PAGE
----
These disputes exist in a framework of specific international agreements. The most relevant international agreement for maritime disputes, in regard to the conflicts that Japan faces, is the United Nations Convention on the Law of the Sea (UNCLOS). This convention provides that every state may maintain an Exclusive Economic Zone (EEZ) of 200 nautical miles off of its coast and baseline (low water line) or to the median line between two states, within which the state holds exclusive rights to resource exploitation and the responsibility to defend its zone. The Japanese archipelago includes around 6,852 islands, thus granting Japan dominion over the fifth-largest EEZ in the world: an area of 4,479,358 km2. The Senkaku Islands are surrounded by enough gas reserves to meet the economic needs of Japan for 100 years as well as enough cobalt for 1,300 years. Some debate exists regarding the determination of whether a state’s continental shelf is considered a part of its EEZ if it extends beyond the Zone. This contention is one of the underlying factors of the ongoing maritime dispute between China and Japan over the Senkaku Islands. The UNCLOS is also pertinent to the Okinotorishima conflict, as the Convention states that for an island to have an EEZ it must remain above water at high tide and be habitable as well as economically sustainable. Accordingly, China contests Japan’s characterization of Okinotorishima as an island, citing its inhabitability and lack of economic potential. While China does not dispute Japan’s claim to the territory, it still does not recognize the existence of an EEZ in that area because, as stipulated by the UNCLOS, it would require China to obtain approval from Japan for oceanographic research at least 6 months in advance of conducting it. This requirement would greatly reduce China’s ability to conduct naval operations in the area between Taiwan and Guam, threatening China’s attempts to isolate Taiwan from the United States. Challenges over EEZs have been brought to dispute settlement mechanisms such as the International Tribunal for the Law of the Sea (ITLOS). Japan has filed four cases with the ITLOS, two of which were filed against Russia. These court cases have helped manage relations between the two countries, allowing allowing smaller crises to be resolved without prejudice, while long-term solutions are left for bilateral negotiations. The International Court of Justice (ICJ) has also been used to solve maritime disputes. In fact, Japan proposed that its dispute with Korea over the Liancourt Rocks be brought to the ICJ in 2012—a proposal that the South Korean Foreign Ministry promptly declined.
The aforementioned disputes over maritime boundaries have been shaped by the end of the Second World War and its resulting treaties. The most significant of these is the 1951 Treaty of San Francisco, which forced Japan to cede sovereignty over the southern portion of the Sakhalin Islands and all of the Kuril Islands to the Soviet Union. While this may seem straightforward, the treaty does not explicitly stipulate that Japan would have to recognize Russia’s sovereignty over the islands, which drove the Soviet Union to ultimately reject the treaty. The Japanese government still challenges whether Etorofu and Kunashiri islands are part of the Kuril island chain and thus included in the San Francisco Treaty. Russia also views the Yalta Agreement to be the superseding document pertaining to the Kuril Islands, as it explicitly granted the Soviet Union the entire island chain. These differences in historical perspective have been, and most likely will continue to shift the relationship between these two states.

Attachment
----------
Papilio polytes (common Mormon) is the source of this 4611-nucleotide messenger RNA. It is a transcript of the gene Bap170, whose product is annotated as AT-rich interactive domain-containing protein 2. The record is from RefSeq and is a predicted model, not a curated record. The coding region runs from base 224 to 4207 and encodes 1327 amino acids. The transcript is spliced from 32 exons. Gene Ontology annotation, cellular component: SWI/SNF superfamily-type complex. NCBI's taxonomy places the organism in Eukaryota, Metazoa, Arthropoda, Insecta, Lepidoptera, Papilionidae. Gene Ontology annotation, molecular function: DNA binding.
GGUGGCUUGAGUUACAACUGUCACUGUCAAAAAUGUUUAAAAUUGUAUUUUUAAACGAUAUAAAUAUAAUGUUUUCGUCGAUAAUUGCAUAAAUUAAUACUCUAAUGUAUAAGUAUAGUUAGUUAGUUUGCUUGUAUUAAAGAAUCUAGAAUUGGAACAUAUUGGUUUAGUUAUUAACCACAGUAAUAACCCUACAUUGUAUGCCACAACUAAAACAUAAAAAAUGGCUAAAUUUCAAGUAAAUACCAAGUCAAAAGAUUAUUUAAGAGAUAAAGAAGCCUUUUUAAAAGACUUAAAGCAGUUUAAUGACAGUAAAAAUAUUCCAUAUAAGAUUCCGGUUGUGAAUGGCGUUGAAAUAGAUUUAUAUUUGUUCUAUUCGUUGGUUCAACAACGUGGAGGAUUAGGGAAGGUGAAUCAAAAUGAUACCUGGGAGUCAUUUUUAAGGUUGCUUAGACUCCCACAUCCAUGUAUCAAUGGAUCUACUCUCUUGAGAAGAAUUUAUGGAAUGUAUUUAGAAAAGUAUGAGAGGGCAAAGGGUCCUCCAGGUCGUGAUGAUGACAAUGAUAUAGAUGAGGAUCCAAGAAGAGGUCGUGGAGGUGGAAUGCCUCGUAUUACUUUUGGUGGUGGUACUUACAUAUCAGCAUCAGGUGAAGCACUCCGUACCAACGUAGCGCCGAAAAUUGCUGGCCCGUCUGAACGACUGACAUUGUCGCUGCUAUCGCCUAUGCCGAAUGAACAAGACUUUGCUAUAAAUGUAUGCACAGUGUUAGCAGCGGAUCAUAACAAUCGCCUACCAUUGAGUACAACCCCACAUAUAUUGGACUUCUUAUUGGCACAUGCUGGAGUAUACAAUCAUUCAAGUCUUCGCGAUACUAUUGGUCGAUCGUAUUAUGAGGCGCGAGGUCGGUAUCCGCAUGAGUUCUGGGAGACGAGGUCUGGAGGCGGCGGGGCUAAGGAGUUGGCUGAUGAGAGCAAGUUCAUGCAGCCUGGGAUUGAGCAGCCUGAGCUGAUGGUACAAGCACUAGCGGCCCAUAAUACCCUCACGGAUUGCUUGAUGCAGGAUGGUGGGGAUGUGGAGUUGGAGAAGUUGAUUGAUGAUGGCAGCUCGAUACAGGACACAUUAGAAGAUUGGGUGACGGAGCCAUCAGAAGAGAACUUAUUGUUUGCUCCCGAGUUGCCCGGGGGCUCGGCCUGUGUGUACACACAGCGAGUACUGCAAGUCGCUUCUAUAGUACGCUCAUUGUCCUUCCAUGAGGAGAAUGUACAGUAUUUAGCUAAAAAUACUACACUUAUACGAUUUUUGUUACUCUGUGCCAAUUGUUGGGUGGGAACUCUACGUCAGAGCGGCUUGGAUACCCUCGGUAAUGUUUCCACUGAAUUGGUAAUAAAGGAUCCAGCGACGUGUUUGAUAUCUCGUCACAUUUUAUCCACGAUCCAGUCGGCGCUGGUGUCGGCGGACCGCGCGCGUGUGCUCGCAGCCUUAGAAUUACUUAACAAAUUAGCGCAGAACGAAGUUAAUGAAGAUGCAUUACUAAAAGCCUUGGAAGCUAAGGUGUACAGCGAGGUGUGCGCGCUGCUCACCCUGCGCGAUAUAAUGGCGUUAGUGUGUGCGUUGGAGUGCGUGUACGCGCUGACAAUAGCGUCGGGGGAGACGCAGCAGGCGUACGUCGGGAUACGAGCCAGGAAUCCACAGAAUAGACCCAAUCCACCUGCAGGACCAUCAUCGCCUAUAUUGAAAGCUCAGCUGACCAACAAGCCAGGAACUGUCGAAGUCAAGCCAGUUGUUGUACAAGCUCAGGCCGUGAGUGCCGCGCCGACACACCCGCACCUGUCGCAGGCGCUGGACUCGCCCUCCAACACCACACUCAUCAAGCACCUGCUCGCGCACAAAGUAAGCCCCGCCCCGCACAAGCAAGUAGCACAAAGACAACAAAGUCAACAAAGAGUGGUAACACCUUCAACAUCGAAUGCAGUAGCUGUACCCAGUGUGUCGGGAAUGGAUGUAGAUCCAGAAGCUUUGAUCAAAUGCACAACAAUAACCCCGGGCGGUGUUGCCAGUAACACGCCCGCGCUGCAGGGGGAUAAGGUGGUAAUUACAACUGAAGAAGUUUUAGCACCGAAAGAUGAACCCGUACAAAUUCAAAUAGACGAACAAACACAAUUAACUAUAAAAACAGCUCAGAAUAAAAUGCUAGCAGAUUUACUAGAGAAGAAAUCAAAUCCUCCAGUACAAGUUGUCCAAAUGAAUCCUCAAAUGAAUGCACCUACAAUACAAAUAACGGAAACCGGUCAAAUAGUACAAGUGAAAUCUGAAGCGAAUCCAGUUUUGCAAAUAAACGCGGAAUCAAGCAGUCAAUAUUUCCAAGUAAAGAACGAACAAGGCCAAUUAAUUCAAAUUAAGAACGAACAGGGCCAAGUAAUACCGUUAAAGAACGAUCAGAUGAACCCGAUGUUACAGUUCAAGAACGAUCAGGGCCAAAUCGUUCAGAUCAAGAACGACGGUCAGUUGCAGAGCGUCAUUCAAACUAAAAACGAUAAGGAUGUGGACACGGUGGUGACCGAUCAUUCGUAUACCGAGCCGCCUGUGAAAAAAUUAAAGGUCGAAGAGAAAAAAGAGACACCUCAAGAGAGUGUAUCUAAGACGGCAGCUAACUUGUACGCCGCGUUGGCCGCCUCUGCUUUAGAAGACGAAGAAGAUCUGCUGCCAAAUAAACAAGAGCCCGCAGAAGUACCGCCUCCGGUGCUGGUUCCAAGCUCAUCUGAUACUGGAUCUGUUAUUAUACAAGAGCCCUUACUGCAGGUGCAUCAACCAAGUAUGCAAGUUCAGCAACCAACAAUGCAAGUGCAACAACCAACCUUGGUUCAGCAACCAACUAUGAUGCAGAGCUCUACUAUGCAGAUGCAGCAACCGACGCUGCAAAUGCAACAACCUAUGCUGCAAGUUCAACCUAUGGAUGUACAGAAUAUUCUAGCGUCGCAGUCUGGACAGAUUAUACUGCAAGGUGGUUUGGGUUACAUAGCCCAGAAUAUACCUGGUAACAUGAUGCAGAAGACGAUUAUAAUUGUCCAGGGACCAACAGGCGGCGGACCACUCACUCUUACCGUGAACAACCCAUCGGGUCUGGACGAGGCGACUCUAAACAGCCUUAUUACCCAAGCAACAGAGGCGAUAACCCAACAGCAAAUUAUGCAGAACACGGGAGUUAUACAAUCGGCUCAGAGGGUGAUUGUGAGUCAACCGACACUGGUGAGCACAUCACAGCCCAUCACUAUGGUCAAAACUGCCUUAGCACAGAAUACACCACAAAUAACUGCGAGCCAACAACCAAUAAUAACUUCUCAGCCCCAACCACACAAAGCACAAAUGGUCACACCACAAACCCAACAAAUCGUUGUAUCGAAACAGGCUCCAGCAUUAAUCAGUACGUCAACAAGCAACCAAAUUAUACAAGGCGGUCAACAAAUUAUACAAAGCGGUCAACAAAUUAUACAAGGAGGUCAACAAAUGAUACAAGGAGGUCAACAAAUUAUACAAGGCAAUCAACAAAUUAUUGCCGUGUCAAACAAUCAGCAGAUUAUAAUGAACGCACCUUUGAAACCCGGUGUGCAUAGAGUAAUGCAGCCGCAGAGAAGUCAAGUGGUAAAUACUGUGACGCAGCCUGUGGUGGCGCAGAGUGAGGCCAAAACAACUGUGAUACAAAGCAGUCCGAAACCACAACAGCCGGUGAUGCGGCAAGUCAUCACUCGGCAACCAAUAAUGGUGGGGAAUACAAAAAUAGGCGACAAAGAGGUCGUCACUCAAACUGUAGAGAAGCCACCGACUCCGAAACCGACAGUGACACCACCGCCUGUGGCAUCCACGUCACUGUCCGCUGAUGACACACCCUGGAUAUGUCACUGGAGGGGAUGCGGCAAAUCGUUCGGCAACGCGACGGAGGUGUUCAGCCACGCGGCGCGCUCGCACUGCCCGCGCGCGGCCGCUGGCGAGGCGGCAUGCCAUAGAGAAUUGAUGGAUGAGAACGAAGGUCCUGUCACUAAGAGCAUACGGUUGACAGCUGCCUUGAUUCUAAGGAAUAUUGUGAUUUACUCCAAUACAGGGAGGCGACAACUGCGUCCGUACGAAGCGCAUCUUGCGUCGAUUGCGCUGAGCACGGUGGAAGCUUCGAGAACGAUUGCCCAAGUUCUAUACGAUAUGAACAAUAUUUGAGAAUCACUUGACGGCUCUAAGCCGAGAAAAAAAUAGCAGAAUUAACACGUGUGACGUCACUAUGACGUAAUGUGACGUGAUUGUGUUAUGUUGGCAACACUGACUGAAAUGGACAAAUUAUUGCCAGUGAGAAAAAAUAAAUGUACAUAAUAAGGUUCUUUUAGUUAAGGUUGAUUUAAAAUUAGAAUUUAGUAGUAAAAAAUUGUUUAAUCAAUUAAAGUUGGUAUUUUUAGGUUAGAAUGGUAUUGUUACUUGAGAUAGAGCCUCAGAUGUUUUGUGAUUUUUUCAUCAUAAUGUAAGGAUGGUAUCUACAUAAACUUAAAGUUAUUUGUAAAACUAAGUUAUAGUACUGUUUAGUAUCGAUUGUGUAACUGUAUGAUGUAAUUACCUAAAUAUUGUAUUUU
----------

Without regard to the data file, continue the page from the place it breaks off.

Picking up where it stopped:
What underlies all of these legal issues is Japan’s reliance on other states for their natural resources. Under these circumstances, Japan has sought to secure itself a stake in the natural resources of the Pacific and in the trade routes that sustain the Japanese economy. It has attempted to achieve its goals through diplomacy and the use of international law, which can be seen through Japan’s dialogue with Russia over the Kuril Islands and Japan’s attempts to resolve the Liancourt dispute through the International Court of Justice. However, as the Senkaku Islands disagreement has shown, conflicts over the legality of Japanese claims have also resulted in military confrontations. Without the capability to enforce its claims, Japan has had to rely on the United States to support its interests while being openly challenged by larger military forces in the Asia-Pacific such as China. This state of affairs is changing. As the Japanese navy grows in strength, so too does the risk for escalation. Dialogue-based settlements among claimants and submission of disputes to international courts should be of the utmost priority to policymakers seeking to avoid a military calamity.